Cagayan Valley opens a new area of 5,000 hectares set by the government for protein-rich peanut, a legume with nitrogen fixing property that is deemed to be an ideal climate change-mitigating crop.
The Department of Agriculture (DA)-Cagayan Valley Integrated Agricultural Research Center (CVIARC) effectively targets a 43 percent increase in peanut production in Region 2 in three to five years. Presently, peanut area is placed at 3,500 hectares.
“We want to continue our support for peanut breeding and production because peanut remains to be a minor crop rather than a cash crop, even if farmers have an opportunity to make money from it by replacing our big import,” said Dr. Nicomedes P. Eleazar, Bureau of Agricultural Research (BAR) director.
CVIARC Peanut Project Leader Rose Mary G. Aquino said BAR’s program involves breeding for improved peanut varieties. This also has a seed support component from the Philippine Council for Agriculture, Forestry, Natural Resources Research and Development (PCARRD).
Peanut has the ability to reduce the emission of greenhouse gas-emitting nitrous oxide from nitrogen, likewise with less water need (4 to 50 millimeters) per application of irrigation.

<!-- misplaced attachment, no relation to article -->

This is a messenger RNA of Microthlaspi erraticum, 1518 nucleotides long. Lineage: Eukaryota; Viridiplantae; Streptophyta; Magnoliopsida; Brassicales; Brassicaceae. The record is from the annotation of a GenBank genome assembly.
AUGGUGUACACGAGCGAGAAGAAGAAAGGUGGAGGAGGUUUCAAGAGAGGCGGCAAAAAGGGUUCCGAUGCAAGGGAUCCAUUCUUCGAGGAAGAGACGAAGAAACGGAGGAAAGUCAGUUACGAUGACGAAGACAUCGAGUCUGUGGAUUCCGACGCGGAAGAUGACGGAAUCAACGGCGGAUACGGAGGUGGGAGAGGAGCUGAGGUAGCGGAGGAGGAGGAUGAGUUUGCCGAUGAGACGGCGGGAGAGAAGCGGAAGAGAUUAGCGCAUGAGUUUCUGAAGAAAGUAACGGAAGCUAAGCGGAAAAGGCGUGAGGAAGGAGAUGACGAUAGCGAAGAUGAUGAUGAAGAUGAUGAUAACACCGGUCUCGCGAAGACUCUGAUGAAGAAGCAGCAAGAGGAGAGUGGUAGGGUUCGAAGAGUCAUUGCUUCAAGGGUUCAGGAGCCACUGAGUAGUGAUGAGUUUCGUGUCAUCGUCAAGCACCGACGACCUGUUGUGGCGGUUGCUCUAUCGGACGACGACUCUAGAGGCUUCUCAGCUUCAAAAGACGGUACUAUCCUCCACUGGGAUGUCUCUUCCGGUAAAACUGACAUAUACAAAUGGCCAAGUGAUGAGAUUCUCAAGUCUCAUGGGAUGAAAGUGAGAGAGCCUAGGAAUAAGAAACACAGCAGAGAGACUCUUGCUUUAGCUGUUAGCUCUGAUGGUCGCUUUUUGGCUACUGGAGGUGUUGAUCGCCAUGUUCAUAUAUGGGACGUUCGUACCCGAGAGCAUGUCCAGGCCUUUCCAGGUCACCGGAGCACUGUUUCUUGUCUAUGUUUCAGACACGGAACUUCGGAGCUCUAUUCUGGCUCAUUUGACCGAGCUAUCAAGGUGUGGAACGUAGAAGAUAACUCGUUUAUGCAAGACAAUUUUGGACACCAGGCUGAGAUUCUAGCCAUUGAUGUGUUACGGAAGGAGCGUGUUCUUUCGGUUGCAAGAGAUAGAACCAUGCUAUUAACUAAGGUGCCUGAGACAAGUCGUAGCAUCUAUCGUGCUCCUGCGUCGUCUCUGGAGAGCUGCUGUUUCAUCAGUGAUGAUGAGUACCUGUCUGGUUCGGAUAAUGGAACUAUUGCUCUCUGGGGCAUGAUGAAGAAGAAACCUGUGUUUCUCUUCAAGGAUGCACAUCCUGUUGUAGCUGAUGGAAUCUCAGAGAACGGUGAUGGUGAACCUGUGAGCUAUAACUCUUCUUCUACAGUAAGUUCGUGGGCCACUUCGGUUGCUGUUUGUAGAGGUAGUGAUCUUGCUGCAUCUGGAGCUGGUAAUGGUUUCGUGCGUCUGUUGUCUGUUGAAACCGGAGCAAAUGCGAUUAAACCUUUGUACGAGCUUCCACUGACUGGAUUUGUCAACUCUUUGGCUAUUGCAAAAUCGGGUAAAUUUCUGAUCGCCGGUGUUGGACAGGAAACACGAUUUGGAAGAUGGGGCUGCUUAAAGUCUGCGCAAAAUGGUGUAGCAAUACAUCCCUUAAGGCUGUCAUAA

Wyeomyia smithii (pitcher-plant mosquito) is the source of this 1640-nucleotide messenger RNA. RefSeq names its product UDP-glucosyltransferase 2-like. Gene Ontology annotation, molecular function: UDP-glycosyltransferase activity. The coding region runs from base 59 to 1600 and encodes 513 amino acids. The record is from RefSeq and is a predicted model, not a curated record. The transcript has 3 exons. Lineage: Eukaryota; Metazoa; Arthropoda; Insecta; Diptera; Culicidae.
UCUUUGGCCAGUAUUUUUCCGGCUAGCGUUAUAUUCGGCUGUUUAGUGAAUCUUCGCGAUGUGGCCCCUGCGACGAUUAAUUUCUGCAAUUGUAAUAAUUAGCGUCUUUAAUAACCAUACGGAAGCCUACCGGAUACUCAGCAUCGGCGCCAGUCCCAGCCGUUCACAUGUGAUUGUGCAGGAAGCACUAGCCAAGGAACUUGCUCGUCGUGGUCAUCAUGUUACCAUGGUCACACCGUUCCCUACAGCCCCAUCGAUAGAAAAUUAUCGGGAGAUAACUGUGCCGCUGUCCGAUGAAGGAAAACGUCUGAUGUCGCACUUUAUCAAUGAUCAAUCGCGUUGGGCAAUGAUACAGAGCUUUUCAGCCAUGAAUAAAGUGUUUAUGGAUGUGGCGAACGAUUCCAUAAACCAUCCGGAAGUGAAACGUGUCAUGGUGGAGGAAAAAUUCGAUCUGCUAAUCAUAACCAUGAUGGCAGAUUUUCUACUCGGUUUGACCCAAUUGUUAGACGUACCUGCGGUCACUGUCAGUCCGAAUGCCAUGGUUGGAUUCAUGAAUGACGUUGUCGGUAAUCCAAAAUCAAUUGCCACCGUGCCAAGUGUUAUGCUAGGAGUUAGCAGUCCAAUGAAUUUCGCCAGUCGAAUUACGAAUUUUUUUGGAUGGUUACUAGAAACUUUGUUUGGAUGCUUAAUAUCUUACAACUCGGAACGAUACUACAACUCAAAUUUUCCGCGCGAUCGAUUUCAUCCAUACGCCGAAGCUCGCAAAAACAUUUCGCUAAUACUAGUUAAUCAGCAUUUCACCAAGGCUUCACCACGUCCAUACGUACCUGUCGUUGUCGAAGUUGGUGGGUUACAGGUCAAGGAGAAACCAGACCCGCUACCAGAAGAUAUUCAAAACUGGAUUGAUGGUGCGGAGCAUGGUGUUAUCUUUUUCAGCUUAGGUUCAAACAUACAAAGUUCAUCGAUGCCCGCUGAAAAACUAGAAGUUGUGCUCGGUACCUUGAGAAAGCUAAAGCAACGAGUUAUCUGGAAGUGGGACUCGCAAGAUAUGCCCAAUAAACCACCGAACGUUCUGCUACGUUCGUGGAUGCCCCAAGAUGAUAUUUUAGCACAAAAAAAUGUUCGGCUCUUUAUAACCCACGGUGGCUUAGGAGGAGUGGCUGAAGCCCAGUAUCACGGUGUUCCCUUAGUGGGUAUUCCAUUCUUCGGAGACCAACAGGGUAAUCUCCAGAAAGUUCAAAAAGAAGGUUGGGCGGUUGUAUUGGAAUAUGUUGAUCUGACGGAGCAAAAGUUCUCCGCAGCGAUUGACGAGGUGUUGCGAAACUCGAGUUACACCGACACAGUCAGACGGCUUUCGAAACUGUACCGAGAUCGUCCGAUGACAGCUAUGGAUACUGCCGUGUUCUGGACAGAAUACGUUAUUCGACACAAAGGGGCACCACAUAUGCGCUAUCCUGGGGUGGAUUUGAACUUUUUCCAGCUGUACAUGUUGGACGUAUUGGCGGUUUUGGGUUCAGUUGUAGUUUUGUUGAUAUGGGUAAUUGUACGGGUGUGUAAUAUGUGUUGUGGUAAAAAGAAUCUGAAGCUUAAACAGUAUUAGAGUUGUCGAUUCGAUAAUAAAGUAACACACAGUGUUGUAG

Legumes such as peanut, mungbean and soybean can capture nitrogen from the air, then “fix” into plant food, and thus make it a natural fertilizer to the plant.
Aside from high protein content at 26 to 28 percent, peanuts are rich in B vitamins, folate, niacin, and Vitamin E. It has the good fat that helps remove cholesterol from blood, consequently helping reduce the risk of heart disease and cancer.
Aquino said that they want to stabilize the peanut production in Region 2 which has been erratic due to the farmers’ planting of yellow corn instead of peanut, due to insufficient peanut seed supply during planting season.
Philippines peanut supply per year is 60,000 to 70,000 MT. The country imports 30,000 to 50,000 MT per year, meaning, it imports more than 50 percent of the peanut supply yearly primarily from China.
Region 2 was once a big peanut producer. It had a peanut area of 22,000 hectares in 1996, but due to the low yield and therefore low income, farmers shifted to yellow corn, a BAR report said.
Varieties of peanut considered climate change-ready are Namnama-1 or Philippine-registered NSIC Pn 11 and Namnama 2 or NSIC Pn 14.
They have a pod yield of 2.2 to 2.6 MT per hectare. These are breeds shared by the India-based International Crops Research Institute (ICRISAT) to the Philippines.
Another ICRISAT variety is the Asha meaning “hope,” with a pod yield of up to 3.1 MT per hectare. It is called a “3-in-1” variety because of its flexible size of Class A “export” quality (one gram per seed), Class B for domestic market, and Class C for planting and processing. Estrella Z. Gallardo PSiJourn MegaManila